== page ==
This interactive visualization adapted from NASA and the U.S. Geological Survey illustrates the concept of albedo, which is the measure of how much solar radiation is reflected from Earth's surface.

This animation depicts real-time wind speed and direction at selected heights above Earth's surface, ocean surface currents, and ocean surface temperatures and anomalies.

This article and slide show from the New York Times, features several scientists from the University of Alaska, Fairbanks, who study the effects of thawing permafrost in Alaska.

Two simple experiments/demonstrations show the role of plants in mitigating the acidification caused when CO2 is dissolved in water.

This interactive visualization from the NASA Earth Observatory website compares Arctic sea ice minimum extent from 1984 to that of 2012.

This is the first of nine lessons in the Visualizing and Understanding the Science of Climate Change website. This lesson is an introduction to Earth's climate and covers key principles regarding Earth's unique climate, atmosphere, and regional and temporal climate differences.

In this experiment, students will observe a natural process that removes carbon dioxide (CO2) from Earth's atmosphere. This process is a part of the carbon cycle and results in temperature suitable for life. Students will learn that the carbon cycle is a fundamental Earth process. Throughout Earth's history, the balance of carbon has kept the atmosphere's carbon dioxide (CO2) and Earth's temperature within relatively narrow ranges.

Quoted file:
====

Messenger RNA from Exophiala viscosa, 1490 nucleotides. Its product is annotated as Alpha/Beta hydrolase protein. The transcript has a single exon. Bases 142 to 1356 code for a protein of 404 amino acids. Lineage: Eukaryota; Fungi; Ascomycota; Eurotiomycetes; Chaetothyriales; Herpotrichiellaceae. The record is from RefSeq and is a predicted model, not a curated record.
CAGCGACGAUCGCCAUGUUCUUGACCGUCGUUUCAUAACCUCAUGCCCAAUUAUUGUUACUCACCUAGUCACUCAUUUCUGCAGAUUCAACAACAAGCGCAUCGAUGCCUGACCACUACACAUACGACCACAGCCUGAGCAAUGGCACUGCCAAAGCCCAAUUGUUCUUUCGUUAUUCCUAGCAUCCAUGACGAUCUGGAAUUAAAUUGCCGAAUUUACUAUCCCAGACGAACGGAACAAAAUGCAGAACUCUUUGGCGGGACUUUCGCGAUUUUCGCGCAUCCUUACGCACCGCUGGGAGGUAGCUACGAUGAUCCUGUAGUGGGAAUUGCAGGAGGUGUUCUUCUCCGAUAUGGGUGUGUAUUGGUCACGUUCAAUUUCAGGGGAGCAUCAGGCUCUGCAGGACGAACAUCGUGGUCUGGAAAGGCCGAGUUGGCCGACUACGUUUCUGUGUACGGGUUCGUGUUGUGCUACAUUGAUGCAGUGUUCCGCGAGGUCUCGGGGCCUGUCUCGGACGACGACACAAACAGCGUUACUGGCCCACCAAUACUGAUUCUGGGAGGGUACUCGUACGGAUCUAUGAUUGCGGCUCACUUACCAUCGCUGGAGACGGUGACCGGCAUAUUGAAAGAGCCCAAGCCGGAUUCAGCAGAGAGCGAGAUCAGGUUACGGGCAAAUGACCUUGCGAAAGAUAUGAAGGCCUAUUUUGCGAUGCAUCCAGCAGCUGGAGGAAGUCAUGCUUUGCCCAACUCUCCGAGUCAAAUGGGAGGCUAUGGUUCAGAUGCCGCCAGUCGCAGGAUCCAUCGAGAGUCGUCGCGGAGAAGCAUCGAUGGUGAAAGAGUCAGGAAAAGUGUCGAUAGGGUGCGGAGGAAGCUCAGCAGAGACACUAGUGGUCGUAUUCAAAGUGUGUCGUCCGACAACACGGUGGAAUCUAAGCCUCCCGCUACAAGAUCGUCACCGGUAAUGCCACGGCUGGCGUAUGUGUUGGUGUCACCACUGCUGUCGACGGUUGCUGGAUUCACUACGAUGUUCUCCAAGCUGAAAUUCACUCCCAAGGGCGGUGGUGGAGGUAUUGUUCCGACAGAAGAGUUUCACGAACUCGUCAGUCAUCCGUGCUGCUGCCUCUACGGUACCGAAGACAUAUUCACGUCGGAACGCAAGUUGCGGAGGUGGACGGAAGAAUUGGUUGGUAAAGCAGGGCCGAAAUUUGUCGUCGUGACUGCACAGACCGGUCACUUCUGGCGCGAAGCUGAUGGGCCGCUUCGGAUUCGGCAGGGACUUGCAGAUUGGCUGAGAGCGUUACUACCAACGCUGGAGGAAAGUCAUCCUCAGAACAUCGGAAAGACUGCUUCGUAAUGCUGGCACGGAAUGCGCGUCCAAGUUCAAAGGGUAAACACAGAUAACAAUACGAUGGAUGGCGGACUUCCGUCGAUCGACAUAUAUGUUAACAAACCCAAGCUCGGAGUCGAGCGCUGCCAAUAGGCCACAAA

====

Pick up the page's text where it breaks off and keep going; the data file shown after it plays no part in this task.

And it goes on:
In this 3-part lab activity, students investigate how carbon moves through the global carbon cycle and study the effects of specific feedback loops on the carbon cycle.

This set of animations and interactive simulations from the Byrd Polar Research Center at Ohio State University helps students develop an understanding of models used to understand the Earth System. Students consider the types of data that need to be included in a climate model, looking at inputs and outputs as well as variables, such as land surface, and how to measure changes of different parts of Earth's surface over time.

This video contains a visualization and explanation of the Arctic sea ice and how it has changed over the 25 years. In September 2012, the National Snow and Ice Data Center recorded the lowest extent of Arctic sea ice. The video discusses the climate importance of ice thickness and reflective properties.